enter your name & email to receive periodic newsletters from the CADP.




123 Street Avenue, City Town, 99999

(123) 555-6789



You can set your address, phone number, email and site description in the settings tab.
Link to read me page with more information.


Filtering by Tag: School

School Night at the Manigault's

Suzanne Pollak

Cooking is Dean Manigault's artist outlet, but yet, she has been cursed with two daughters who don't like to eat her food. Last night's dinner was a roast chicken with a homemade gravy, black rice, haricot vert, and melon and prosciutto. India (15) took one slice of chicken and one string bean and then ate neither. Gigi (12) took several pieces of chicken, a little bit of rice and some beans. She ate a few beans, a bite of rice, and left most of the chicken and gravy. After seven minutes of communal dining they both begged to be excused. Thankfully Dean Manigault has two neighbors who love to come to dinner most nights, because her ego couldn't take the lashing her daughters inflict. 


Since Dean Pollak's children are adults, she knows what works. Her solutions:  Give birth to seven foot sons. Insist that your children participate in a lively sport every day. Only allow carrots and apples for snacks. Any food that they look askance at, announce that the food is just a different kind of chicken, such as, "that's not salmon, that's pink chicken." The final and most useful tip is to enlist the children's help in cooking, starting when they are toddlers and taking over a whole meal by the time they are teenagers. 

Below are a few recipes that may help entice your child to participate at dinner.


Serves 4 to 6


1 cup water

2/3 cup unbleached all-purpose flour

1 pound zucchini, sliced lengthwise 1/8 inch thick and 2 inches long

Vegetable oil, fro frying



1.  In a shallow bowl, whisk together the water and flour.  The batter should have the consistency of sour cream.  Adjust your measurements accordingly. 

2.  Into a Dutch oven or stock pot, over high heat, pour enough oil to come 3/4 inch up the side of the pot.  When the oil reaches 375 degrees F, dip the zucchini slices into the batter.  Transfer to the hot oil one handful at a time, so as not to crowd the pan.  Flip a couple of times until the zucchini are golden brown all over.  Your oil must be hot enough so the cooking is finished within 2 to 3 minutes.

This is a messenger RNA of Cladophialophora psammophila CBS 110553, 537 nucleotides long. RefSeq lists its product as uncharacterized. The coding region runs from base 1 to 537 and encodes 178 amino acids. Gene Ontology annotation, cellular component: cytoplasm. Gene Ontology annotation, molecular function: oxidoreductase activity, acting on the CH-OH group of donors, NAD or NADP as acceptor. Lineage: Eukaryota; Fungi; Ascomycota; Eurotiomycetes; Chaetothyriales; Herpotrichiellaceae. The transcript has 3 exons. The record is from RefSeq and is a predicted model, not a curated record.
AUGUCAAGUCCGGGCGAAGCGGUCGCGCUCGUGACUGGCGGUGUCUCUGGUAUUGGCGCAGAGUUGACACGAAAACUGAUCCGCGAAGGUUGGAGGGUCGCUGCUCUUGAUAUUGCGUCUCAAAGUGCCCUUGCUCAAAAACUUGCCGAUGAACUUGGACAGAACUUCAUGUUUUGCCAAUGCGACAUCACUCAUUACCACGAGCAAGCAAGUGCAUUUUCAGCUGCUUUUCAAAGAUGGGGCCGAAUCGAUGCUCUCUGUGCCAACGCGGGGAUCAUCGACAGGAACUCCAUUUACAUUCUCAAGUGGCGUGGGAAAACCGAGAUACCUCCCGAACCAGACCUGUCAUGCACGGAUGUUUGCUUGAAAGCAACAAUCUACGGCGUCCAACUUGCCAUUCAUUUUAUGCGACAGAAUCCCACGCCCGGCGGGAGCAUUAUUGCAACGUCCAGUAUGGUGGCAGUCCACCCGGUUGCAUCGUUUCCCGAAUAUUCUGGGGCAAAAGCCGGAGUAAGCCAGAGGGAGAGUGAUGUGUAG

3.  Sprinkle with salt and serve piping hot with homemade mayonnaise or remoulade.


Breakfast for Dinner!

Serves 6


1 sourdough boule, sliced 3/4 inch thick

6 tablespoons unsalted butter

Thin slices of Gruyere or cheddar, enough to cover the bread on the bottom of the pan

6 eggs

3 cups whole milk

1 pound bulk sausage, browned


1.  Grease a 9x11 inch glass or ceramic baking dish.  Spread both sides of the bread with the butter.  Layer the bread in the bottom of the baking dish.  Top with the cheese.

2.  In a medium bowl, whisk together the eggs and milk.  Pour over the bread, up to 1/2 inch below the top of the baking dish.  Any more liquid will bubble over when cooking.  Add the sausage.  Cover and refrigerate the strata overnight or for up to 2 days.

3.  Preheat the oven to 375 degrees F.  Bake the strata until puffy and golden brown, 45 minutes to 1 hour.


Find the Chicken Pie recipe and many more recipes here.

The Two Most Dreaded Words in the Western World: School Lunches

Suzanne Pollak

The only person we ever knew who liked making school lunches was Dean Pollak. She relished what the others of us despise. She even took it to irritatingly dizzying heights: homemade breads, hand pulled mozzarella, organic apples picked by virgins –- even she can’t believe what a dork she was. Not until years later she discovered that her children never ate those lunches, and were further burdened because they couldn’t trade them with anyone else either. Today they would kill for those lunches but not back then.

So, what are the rest of us to do? Dean Manigault has her children join her at the store so they can select what they will actually eat, not what she wants them to. You can’t have your child starving all day, neither can you have them eating lunchables. If they truly adore Oreos above all other cookies, let them have an Oreo but counterbalance it with a piece of fruit. Let them choose, just not the entire lunch. Compromise is key.



Starting in kindergarten make your children invest their own time and energy making their lunch the night before so there is no time crunch involved in the morning. 

Even though her mom is a Dean, Gigi Manigault's favorite mac and cheese recipe is not her mom's, but from local chef, Robert Stehling, from Hominy Grill. Maybe because Robert's daughter, Carson, is Gigi's classmate, or maybe because this is the best mac and cheese recipe ever? The Deans use Yeti's thermos cup to keep the mac and cheese at the optimal temperature until lunchtime because Gigi does not like the cold mac and cheese, and we doubt anyone else does either. 

An alternate version to the classic mac and cheese is our cheesy rice recipe which provides just as much cheesy satisfaction.